Page:Southern Historical Society Papers volume 16.djvu/92
86 Southern Historical Society Papers.
These extracts prove that the Confederacy hoped to hold the Bal- timore & Ohio road at that early period, hence the delay in ordering and preparing for its destruction in time to effect it thoroughly.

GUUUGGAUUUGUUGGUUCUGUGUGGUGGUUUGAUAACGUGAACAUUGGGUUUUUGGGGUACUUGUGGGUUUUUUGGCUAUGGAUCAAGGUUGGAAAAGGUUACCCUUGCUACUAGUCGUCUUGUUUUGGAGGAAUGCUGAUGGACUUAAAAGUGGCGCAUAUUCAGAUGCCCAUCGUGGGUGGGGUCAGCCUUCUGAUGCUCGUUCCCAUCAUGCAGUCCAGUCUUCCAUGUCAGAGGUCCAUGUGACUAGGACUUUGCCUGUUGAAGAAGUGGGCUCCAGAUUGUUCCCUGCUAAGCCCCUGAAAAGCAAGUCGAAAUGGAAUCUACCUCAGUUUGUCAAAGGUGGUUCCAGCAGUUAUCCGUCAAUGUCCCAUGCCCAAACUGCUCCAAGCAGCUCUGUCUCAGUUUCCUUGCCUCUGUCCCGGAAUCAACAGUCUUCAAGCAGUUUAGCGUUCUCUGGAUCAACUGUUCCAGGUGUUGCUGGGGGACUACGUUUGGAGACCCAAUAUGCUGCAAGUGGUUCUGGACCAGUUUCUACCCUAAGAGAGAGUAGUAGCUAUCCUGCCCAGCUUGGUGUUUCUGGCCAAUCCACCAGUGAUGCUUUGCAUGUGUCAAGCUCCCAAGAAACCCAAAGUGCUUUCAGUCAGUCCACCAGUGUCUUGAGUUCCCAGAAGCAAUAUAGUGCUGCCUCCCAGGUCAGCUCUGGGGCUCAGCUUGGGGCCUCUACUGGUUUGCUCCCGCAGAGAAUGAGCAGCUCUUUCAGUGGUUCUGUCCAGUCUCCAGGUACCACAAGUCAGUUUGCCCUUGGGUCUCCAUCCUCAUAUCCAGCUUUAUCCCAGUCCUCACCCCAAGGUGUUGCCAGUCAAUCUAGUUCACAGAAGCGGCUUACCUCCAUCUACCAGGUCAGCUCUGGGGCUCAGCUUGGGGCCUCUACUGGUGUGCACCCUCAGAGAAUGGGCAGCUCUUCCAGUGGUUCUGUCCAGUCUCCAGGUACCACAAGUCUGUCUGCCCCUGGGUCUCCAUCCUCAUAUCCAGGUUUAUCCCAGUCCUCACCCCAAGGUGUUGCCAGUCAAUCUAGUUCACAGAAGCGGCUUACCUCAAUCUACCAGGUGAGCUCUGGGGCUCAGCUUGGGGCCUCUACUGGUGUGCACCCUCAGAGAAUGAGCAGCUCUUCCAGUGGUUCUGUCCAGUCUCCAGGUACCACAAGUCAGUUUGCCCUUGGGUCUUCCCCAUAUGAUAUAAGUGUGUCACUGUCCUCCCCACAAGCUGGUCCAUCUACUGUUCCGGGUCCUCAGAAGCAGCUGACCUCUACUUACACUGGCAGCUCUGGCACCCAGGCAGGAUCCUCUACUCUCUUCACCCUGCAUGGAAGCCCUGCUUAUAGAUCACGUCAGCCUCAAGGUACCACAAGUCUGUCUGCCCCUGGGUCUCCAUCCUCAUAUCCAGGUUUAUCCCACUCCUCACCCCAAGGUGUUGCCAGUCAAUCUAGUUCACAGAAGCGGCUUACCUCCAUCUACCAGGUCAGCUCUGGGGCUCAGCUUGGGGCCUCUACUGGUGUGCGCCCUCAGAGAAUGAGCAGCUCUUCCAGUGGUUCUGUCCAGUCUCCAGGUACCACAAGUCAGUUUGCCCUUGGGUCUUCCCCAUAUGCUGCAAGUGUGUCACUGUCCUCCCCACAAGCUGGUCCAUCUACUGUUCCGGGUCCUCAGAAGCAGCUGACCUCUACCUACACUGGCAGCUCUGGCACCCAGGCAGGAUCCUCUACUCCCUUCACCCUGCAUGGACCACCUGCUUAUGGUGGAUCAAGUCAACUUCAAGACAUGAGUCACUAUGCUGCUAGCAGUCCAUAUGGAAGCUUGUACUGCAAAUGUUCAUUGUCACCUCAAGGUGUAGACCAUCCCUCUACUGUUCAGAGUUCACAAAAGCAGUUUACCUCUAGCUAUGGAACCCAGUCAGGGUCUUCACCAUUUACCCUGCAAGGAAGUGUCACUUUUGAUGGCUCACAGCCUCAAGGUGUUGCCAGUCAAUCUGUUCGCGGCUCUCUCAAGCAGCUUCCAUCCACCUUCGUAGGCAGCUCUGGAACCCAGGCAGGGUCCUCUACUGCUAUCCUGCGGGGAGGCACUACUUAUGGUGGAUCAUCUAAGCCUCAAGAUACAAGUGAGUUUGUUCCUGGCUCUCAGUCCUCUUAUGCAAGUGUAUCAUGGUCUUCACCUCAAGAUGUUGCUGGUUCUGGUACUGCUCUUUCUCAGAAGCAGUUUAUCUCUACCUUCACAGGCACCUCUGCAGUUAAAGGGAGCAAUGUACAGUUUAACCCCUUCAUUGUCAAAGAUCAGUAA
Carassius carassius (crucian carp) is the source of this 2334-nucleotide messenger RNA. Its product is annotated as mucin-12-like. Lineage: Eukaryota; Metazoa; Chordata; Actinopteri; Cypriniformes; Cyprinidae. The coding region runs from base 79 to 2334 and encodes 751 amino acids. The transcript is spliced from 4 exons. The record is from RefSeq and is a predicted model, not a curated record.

It was now charged that I had surrendered the road, and with it that part of the State to the United States troops. If my first orders had directed the destruction of the road, something might have been done, although I would not have had more than time to prepare for extensive damage to it. At the last moment, when I was about to leave Grafton, it was too late to effect much in the way of destruction. The Richmond government had delayed and evidently hesitated to order it to be done. The destruction of this road as a line of com munication between the west and the east could have been effected only by the destruction of its tunnels in the mountains east of Graf- ton, and this would have required force, time, machinery for boring, and an ample supply of blasting material. It would have been neces- sary to have prepared for this work long before the propriety of it was decided upon at Richmond. As it was, I was not ordered to destroy it until it was too late, and it was not until I had left Grafton and the road was occupied by United States troops, that I received the order specially to destroy the Cheat bridge. (See order of Council accompanying, dated June ist, received June 5th.) Immediately upon my arrival at Philippi, May 28th, I sent a company, in com- mand of one of my best officers, Lieutenant Chenowith, to destroy this bridge, the Cheat, a strong iron bridge, but they failed to accom- plish it. This was several days before I received the order to do so from Richmond. It seemed to be thought that I had only to apply the match to bridges and tunnels already mined and blow them up. The labor and material for such work were left out of view. The destruction of this road, however, west of Grafton, between that town and the Ohio river, whether done by myself or my successor, Gen- eral Garnett, would have been labor thrown away. It could and would have been replaced in as little time as it took to destroy it. The war taught that later on. And even if the road through this part of the State could have been thoroughly destroyed, it would not have prevented the occupation of this part of the country by Federal troops. Without any railroad, its proximity to Ohio would have insured its invasion by any United States force required to hold it. Just across the Ohio river was a vast extent of densely populated territory, all loyal lo the Union and connected by a network of rail- roads, from which an army could be moved into that section at any time.